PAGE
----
Bari, Cathedral of San Sabino
(Berthold Werner, CC BY-SA 3.0, https://commons.wikimedia.org/w/index.php?curid=61448663)
The Cathedral of Bari, dedicated to Saint Sabinus and the Virgin Hodegetria, that is “she who points the way”, seems to hardly emerge from the noisy alleys of the old town, almost hidden in its heart and by the more famous and venerated Basilica di San Nicola. It is the bell tower – the only one that stands out among the low roofs of the village and has remained a distinctive point of reference in the urban skyline for centuries – that makes the church imposing.
Internally and on the tripartite white façade it is possible to read its history, which began in ancient times in the succorpo, adorned with beautiful Early Christian mosaics, and unfolds over the centuries until the Baroque additions, visible in the crypt and the statues, with their emphasized theatricality, that enrich the main portal.
The building took on its current appearance between 1170 and 1178, when it was completely rebuilt, after having been razed to the ground by William I, called the Wicked, following the uprising of Bari people against the new Norman lords.
The façade is divided into three sections by pilaster strips, thus externally reflecting the inner division of the naves. The tops of the slopes have hanging arches that lie on shelves carved with snakes and animals, directly taken from the rich and creative Medieval bestiary.
A large rose window, decorated with statues of monsters, dragons, snakes and grotesque figures, dominates the upper register in line with the main portal. The apse area is not externally visible thanks to a rear façade that has a wonderful large window, considered as one the masterpieces of 12th-century Romanesque sculpture. This wide scalloped opening, framed by a baldachin supported by hanging columns, is abundantly carved with eastern plant and animal motifs, including in particular a mysterious harpy.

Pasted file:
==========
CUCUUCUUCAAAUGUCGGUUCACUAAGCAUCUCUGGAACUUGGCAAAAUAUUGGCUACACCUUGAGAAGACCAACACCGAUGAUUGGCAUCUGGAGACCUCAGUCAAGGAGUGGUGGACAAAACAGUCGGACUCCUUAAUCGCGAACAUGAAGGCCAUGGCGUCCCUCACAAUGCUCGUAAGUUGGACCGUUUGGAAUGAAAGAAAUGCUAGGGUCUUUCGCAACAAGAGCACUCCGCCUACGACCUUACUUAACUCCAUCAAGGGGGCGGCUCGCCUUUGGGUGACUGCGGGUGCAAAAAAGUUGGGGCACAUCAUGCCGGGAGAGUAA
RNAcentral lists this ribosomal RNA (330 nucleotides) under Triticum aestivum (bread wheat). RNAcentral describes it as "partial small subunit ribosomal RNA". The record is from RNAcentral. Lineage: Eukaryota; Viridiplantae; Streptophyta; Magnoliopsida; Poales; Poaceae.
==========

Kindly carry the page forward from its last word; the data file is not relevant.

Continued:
Bari, Cathedral, rear façade, apse window.
Bari, Cathedral, rear façade, a detail of the apse window
The creative sculptural external Romanesque decoration is in contrast with the austere and mystical inner atmosphere, where the silence of the deep naves is enlivened only by the imposing effect created by the arcades, in counterpoint to the elegant three-lancet windows of the upper matronea.
Bari, Cathedral of San Sabino, interior.
(Porcullus Marek Postawka – Opera propria, CC BY 3.0, https://commons.wikimedia.org/w/index.php?curid=3526917)
The oldest core of the church is located five meters below the Cathedral level and dates back to the 6th century. It is an Early Christian basilica that has maintained its ancient charm nearly intact. The area, formerly divided into three naves, now keeps the foundations of the original columns and a mosaic pavement ornate with geometric motifs and plant and animal elements. It is still possible to read an inscription that mentions a man named Timothy who paid for the floor mosaic decoration to honor a vow.
The crypt hosts the icon of the Virgin Hodegetria, known also as Madonna of Constantinople, an object of deep devotion. Tradition has it that the board came to Bari from Constantinople in the 8th century, when during iconoclasm the Eastern Roman Emperor had ordered to destroy all the icons. Actually, it is a 16th-century board that reproduces the Byzantine iconographic type of the Virgin enthroned who points to the Child thus showing the way to heaven, that is Christ.
Over the 18th century, the board was changed, and according to the style and aesthetics of that period, it was protected and covered with a sumptuous silver riza.
Icon of the Virgin Hodegetria
(Sailko – Opera propria, CC BY 3.0, https://commons.wikimedia.org/w/index.php?curid=58901057)
T. N.: The vast hypogeum church underneath the Cathedral. ↑